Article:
We at Ethical Markets Media agree with Dara Albright and also fully supported the enacting of the new JOBS Act and the efforts of Sherwood Neiss and his colleagues . Now we are joining with Dara and other Crowdfunding sites to help set the new rules necessary for this important disintermediation of Wall Street . We will be contributing our expertise on rules for responsible , ethical investing to the SEC’s rule-making process. Watch for our new section covering CROWDFUNDING news on our website . Hazel Henderson, Editor
By Dara Albright, Founder of NowStreet Journal
June 5, 2012
I am dismayed by the number of pundits, legislators and organizations, claiming to be “small investor advocates”, who misrepresent the JOBS Act as another piece of legislation favoring the Wall Street establishment.
The truth is the JOBS Act invites competition from both smaller financial service firms and investors which will in turn de-monopolize our capital markets and take control away from the self-serving supersized financial conglomerates.
I feel compelled to set the record straight, for the people of this nation deserve to know who really has their best interests at heart.
First of all, the JOBS Act is not a bill to appease Goldman Sachs or to help the rich get richer. It is a bill that serves regular hardworking Americans who, for nearly 80 years, have not had the same investing liberties as wealthy Americans. Deemed by the Government as not sophisticated enough to understand private company investing, small retail investors have been legally prohibited from putting their money into some of today’s hottest growth companies.
Instead, they are forced to sit on the sidelines and wait until these companies complete their IPO. Unfortunately, because companies are no longer going public in the earlier stages of their growth cycle, smaller investors can do nothing but watch these companies increase in value from afar. All the while angels, VCs and accredited (aka rich) investors reap all of the appreciation during a company’s climb to the public markets. Maybe someone can explain to me the logic behind laws that permit average citizens to purchase stocks only when “sophisticated” investors are ready to dump them.
Personally, I think it is an abuse of power for Government to dictate how we deploy the money that weearned through our own labors. Unless Government gave us that money, it should not have any discretion over how we spend it. We should have the freedom to invest our money in a risky start-up or use it to buy 64 ounces of a diabetes-inducing soft drink. Hell, we should be able to burn it if we so desire. Why is it only acceptable for the Government to squander our money?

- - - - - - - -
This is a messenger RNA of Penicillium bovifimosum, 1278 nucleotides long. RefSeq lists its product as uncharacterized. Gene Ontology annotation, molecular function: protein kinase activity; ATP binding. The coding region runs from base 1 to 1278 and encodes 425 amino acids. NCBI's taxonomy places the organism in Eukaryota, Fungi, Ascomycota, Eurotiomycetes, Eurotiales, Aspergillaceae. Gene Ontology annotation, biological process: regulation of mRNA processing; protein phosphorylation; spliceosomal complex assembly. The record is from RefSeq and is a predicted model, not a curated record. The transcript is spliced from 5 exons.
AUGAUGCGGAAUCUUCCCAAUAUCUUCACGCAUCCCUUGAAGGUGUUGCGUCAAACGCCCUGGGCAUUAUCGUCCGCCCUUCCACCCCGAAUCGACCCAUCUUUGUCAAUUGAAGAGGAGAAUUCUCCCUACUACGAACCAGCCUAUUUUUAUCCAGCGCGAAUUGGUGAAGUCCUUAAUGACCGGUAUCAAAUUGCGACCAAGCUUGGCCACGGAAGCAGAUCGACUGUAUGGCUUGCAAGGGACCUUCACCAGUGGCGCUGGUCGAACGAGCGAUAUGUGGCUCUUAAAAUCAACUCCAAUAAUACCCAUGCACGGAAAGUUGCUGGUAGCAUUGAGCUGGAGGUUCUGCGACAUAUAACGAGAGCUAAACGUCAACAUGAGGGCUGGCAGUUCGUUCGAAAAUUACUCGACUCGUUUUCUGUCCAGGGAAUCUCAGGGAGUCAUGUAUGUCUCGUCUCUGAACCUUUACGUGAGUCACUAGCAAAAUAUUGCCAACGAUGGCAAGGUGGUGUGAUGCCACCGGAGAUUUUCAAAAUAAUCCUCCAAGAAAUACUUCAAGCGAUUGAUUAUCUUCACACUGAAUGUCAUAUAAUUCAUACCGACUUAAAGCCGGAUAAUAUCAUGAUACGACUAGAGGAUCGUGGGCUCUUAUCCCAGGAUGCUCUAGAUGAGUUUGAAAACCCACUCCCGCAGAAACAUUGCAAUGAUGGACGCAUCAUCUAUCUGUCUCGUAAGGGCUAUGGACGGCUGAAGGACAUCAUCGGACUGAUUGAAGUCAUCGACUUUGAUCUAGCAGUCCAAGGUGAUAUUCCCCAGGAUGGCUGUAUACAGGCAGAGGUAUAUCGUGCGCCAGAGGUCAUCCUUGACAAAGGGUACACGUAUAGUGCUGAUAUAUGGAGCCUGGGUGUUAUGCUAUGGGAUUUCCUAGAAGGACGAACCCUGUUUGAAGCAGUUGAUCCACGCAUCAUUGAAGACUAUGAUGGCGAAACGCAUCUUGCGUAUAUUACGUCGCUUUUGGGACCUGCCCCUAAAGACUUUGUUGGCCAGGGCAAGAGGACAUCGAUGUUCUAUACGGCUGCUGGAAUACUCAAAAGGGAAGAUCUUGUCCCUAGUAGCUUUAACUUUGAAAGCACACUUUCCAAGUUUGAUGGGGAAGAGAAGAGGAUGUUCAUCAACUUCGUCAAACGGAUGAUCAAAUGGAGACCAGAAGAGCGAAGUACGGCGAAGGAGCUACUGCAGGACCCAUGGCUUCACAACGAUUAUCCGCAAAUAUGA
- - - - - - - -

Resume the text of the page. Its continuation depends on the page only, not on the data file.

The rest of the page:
Fortunately the JOBS Act has been signed into law and will soon democratize the investing process. But for some inexplicable reason, big government enthusiasts are pointing to Facebook’s unsuccessful IPO as an excuse to disparage this legislation. This is not only dangerously irresponsible, but appallingly disingenuous. The hypocrisy is simply shameless. Case in point, I recently learned that the same organization insisting it fights for fairness in the financial system is actually campaigning to have the net worth and income minimums for accredited investors increased. This will do nothing but widen the level of inequality.
I agree that Facebook’s IPO epitomizes the great injustice in our capital markets, but more importantly, it demonstrates just how disgusted smaller investors have become with it. Facebook (NASDAQ: FB) is down nearly 30% off its IPO price of $38 mainly because smaller investors have refused to support it. The crowd is telling us loud and clear that they are no longer willing to be the “exit strategy” for the privileged. Until smaller investors are afforded equal growth opportunities, our capital markets will continue to deteriorate.
The chart below should serve as the “poster child” for investor discrimination. Investor Independence Day cannot come soon enough.